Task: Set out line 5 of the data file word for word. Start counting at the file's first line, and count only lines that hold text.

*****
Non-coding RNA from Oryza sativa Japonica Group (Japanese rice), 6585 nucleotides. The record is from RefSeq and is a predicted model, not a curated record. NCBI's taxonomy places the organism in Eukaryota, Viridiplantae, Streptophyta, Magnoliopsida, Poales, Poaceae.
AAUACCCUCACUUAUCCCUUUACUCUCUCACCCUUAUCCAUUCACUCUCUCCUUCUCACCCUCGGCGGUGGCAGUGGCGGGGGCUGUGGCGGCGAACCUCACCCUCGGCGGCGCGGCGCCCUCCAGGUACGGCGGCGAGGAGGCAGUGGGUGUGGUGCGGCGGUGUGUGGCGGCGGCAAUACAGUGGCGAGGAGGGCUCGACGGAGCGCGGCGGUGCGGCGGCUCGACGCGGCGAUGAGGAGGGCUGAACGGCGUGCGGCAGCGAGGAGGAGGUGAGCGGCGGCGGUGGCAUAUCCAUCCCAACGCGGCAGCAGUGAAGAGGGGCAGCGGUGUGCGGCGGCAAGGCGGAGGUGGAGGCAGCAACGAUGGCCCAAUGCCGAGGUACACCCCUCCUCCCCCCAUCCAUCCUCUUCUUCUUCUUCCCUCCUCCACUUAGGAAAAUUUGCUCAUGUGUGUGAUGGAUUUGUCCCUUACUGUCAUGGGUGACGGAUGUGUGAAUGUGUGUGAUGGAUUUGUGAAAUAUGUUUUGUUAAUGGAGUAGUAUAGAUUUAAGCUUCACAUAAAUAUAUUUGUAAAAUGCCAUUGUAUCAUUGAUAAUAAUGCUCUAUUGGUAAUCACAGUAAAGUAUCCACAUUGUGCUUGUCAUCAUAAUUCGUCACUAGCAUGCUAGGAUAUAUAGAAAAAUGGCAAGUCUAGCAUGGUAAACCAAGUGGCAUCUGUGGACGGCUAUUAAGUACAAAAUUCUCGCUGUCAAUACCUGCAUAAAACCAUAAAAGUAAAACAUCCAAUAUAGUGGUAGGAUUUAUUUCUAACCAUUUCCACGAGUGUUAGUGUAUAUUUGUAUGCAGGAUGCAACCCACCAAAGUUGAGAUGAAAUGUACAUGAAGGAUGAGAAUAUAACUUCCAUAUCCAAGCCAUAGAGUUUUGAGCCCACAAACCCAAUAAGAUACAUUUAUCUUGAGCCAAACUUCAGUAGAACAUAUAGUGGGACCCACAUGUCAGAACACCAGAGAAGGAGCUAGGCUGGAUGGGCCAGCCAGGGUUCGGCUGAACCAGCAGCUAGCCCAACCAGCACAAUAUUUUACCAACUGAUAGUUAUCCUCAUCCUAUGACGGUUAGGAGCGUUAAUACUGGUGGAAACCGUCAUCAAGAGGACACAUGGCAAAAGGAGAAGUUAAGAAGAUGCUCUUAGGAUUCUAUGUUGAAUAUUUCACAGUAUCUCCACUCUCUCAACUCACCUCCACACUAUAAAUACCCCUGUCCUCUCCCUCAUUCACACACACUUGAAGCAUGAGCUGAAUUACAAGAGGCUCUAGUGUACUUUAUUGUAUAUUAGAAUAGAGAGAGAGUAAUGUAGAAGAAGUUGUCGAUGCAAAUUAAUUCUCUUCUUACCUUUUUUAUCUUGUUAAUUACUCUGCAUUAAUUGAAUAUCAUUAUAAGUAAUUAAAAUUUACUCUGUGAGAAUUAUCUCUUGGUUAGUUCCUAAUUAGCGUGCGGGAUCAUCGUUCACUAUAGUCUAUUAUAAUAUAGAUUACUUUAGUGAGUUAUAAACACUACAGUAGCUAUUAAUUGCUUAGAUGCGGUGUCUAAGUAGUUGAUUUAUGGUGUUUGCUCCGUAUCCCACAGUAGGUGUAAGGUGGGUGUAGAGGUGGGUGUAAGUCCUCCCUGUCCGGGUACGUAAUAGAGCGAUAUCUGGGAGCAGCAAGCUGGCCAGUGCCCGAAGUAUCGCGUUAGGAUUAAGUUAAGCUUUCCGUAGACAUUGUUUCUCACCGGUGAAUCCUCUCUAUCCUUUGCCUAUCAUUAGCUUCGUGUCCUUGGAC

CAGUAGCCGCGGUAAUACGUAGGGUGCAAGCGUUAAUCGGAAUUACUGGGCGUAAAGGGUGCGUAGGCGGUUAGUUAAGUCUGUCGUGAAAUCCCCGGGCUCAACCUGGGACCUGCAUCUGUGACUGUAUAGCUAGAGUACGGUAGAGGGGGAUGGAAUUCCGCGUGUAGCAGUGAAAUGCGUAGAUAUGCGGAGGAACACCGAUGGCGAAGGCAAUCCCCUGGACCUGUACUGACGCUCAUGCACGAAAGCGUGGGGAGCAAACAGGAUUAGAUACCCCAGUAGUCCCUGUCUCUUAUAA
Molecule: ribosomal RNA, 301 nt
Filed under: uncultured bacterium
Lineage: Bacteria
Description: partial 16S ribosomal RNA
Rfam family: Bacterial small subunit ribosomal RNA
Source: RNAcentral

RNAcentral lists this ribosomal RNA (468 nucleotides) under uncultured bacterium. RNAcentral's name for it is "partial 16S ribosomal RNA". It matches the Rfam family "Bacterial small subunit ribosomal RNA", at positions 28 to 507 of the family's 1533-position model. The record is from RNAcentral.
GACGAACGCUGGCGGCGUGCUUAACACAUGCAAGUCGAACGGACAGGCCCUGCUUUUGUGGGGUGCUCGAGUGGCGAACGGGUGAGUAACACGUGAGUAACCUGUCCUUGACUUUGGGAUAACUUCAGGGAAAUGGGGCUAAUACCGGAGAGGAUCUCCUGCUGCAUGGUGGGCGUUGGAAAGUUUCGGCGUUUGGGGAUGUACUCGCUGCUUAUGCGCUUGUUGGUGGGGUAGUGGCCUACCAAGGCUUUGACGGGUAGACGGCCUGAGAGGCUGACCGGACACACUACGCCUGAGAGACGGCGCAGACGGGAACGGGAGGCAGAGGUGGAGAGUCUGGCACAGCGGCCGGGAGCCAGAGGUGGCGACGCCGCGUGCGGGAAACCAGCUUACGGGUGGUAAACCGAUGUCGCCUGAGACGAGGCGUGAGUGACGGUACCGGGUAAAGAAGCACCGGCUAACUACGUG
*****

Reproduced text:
Filed under: uncultured bacterium